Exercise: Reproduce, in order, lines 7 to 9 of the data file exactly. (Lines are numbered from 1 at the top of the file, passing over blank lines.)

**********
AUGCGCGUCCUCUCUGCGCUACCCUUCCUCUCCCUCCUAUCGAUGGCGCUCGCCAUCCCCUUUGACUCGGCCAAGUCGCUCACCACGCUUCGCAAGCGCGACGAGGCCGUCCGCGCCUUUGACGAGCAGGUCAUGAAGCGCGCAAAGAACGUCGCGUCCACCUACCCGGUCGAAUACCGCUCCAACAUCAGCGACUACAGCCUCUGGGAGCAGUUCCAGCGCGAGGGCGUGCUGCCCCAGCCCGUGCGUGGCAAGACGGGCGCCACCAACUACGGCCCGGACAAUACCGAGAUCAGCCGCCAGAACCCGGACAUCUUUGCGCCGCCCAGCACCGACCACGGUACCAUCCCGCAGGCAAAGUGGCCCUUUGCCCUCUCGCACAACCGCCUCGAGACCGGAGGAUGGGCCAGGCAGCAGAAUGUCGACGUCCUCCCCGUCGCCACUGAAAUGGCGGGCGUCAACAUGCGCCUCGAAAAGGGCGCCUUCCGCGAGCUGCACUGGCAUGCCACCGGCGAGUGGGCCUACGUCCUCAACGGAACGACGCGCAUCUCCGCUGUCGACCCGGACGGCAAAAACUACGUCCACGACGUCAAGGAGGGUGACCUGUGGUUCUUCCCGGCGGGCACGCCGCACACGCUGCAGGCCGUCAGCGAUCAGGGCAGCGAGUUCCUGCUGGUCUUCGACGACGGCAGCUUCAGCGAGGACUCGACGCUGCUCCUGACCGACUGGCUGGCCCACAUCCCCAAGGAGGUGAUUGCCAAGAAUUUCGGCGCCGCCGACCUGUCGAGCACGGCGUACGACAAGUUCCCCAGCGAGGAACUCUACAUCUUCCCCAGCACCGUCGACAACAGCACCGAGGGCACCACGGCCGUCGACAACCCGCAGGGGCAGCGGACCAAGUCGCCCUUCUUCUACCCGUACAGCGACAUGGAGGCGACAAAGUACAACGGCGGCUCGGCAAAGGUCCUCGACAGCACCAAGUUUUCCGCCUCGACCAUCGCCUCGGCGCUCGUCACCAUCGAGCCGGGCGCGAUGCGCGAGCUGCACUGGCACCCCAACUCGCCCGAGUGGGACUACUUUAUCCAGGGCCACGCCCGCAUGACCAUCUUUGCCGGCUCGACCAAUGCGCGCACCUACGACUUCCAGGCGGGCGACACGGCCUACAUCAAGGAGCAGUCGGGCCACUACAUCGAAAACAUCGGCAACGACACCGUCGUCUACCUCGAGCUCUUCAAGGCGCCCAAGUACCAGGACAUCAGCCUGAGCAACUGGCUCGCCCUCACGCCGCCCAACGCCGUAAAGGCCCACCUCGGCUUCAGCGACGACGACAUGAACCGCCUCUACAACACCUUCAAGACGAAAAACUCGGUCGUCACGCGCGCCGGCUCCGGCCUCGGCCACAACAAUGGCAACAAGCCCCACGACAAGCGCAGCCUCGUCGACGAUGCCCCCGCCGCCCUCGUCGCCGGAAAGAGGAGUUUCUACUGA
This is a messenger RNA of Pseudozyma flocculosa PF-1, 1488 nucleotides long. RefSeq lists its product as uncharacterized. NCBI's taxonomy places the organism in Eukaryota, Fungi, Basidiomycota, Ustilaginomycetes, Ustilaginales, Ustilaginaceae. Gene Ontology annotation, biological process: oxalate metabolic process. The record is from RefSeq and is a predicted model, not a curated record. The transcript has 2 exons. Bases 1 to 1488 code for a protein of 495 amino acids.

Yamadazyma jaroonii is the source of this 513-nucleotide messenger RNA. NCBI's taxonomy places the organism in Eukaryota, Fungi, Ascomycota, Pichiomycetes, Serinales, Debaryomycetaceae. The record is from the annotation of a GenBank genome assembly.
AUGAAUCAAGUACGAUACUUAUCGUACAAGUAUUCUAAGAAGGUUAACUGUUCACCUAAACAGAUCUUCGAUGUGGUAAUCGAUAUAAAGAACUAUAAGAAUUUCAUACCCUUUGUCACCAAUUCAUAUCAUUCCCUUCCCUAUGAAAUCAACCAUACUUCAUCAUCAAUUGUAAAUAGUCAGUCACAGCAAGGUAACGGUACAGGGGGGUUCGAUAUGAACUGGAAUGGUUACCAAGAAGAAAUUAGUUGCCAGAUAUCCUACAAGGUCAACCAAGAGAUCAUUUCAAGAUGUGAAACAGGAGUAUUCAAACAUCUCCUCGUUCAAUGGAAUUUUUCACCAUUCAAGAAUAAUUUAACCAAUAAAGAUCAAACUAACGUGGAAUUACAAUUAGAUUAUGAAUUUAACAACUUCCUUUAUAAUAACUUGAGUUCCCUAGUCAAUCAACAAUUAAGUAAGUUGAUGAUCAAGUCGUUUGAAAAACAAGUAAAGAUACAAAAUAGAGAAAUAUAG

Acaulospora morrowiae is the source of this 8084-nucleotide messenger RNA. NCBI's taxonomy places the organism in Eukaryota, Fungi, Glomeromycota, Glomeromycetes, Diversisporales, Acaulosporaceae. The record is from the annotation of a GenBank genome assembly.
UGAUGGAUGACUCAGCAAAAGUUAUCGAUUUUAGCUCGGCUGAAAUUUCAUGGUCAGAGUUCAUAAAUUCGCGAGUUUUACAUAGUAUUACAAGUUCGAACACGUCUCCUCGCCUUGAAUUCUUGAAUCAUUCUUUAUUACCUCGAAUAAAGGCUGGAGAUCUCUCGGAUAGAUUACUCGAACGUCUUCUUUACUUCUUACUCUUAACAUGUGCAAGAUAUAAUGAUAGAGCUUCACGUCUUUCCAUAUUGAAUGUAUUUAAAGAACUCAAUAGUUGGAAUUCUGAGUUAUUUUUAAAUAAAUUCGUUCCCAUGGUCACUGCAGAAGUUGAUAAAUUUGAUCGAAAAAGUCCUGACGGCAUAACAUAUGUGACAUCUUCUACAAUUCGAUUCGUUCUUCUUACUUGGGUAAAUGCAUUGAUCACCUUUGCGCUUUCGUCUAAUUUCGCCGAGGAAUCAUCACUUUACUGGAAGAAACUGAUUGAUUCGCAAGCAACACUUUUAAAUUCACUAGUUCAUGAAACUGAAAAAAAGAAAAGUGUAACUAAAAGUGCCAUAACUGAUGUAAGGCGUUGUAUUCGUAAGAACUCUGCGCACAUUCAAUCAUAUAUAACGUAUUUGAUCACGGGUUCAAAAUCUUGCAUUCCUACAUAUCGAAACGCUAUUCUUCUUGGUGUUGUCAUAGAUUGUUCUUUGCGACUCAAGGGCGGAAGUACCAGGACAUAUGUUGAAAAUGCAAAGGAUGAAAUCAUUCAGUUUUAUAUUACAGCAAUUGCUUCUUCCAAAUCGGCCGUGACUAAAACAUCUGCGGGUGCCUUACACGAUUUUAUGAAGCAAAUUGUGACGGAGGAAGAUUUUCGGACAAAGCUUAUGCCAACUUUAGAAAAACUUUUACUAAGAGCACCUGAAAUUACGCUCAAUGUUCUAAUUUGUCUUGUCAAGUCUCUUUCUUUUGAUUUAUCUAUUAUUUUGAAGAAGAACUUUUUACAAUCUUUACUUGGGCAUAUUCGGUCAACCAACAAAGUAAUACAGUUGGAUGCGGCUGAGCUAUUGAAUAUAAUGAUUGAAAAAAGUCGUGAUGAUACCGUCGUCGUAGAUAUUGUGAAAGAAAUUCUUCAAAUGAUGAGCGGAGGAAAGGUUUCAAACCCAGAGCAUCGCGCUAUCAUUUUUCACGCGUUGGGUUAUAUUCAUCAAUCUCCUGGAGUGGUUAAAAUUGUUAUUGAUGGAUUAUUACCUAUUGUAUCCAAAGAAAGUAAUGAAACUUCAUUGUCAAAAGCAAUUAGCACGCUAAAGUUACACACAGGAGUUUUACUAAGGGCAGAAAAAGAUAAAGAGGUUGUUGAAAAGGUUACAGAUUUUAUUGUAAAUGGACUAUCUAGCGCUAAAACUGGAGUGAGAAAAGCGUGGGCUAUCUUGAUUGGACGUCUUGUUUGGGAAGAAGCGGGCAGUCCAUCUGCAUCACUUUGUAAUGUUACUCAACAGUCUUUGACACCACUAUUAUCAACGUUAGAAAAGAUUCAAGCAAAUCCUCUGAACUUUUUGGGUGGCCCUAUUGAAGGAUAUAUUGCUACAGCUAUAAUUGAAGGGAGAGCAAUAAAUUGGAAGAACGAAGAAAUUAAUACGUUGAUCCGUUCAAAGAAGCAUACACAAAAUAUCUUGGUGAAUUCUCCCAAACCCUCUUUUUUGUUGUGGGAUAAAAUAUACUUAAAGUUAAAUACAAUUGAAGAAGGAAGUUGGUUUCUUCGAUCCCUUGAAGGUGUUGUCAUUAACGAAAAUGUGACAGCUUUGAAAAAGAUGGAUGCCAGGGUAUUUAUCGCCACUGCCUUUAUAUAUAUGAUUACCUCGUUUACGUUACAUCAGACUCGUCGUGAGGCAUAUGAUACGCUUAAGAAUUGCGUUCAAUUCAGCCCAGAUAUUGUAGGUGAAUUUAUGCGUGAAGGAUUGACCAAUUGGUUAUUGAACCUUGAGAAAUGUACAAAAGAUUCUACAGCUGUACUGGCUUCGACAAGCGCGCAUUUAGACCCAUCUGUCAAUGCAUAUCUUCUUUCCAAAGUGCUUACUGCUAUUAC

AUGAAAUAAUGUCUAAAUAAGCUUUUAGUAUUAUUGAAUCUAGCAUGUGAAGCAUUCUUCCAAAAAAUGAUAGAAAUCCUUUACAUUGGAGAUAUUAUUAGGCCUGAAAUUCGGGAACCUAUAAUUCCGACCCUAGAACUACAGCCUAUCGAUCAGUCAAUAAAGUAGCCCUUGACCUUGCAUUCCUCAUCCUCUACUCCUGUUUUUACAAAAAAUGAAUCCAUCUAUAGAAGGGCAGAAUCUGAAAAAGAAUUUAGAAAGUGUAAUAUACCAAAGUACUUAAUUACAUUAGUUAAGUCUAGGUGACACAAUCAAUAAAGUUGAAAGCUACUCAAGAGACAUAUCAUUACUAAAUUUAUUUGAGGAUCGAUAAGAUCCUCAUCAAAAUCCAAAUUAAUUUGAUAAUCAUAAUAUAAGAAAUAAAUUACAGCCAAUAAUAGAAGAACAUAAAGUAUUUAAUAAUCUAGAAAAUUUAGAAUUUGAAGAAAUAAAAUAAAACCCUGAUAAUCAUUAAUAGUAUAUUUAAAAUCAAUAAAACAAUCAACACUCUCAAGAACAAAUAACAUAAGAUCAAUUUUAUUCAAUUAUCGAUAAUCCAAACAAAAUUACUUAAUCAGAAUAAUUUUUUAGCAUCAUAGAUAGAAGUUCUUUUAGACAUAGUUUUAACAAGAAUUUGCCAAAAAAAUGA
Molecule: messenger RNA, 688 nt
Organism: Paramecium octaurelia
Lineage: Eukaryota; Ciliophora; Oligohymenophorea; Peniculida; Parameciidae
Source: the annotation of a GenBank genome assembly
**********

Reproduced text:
AUGAAAUAAUGUCUAAAUAAGCUUUUAGUAUUAUUGAAUCUAGCAUGUGAAGCAUUCUUCCAAAAAAUGAUAGAAAUCCUUUACAUUGGAGAUAUUAUUAGGCCUGAAAUUCGGGAACCUAUAAUUCCGACCCUAGAACUACAGCCUAUCGAUCAGUCAAUAAAGUAGCCCUUGACCUUGCAUUCCUCAUCCUCUACUCCUGUUUUUACAAAAAAUGAAUCCAUCUAUAGAAGGGCAGAAUCUGAAAAAGAAUUUAGAAAGUGUAAUAUACCAAAGUACUUAAUUACAUUAGUUAAGUCUAGGUGACACAAUCAAUAAAGUUGAAAGCUACUCAAGAGACAUAUCAUUACUAAAUUUAUUUGAGGAUCGAUAAGAUCCUCAUCAAAAUCCAAAUUAAUUUGAUAAUCAUAAUAUAAGAAAUAAAUUACAGCCAAUAAUAGAAGAACAUAAAGUAUUUAAUAAUCUAGAAAAUUUAGAAUUUGAAGAAAUAAAAUAAAACCCUGAUAAUCAUUAAUAGUAUAUUUAAAAUCAAUAAAACAAUCAACACUCUCAAGAACAAAUAACAUAAGAUCAAUUUUAUUCAAUUAUCGAUAAUCCAAACAAAAUUACUUAAUCAGAAUAAUUUUUUAGCAUCAUAGAUAGAAGUUCUUUUAGACAUAGUUUUAACAAGAAUUUGCCAAAAAAAUGA
Molecule: messenger RNA, 688 nt
Organism: Paramecium octaurelia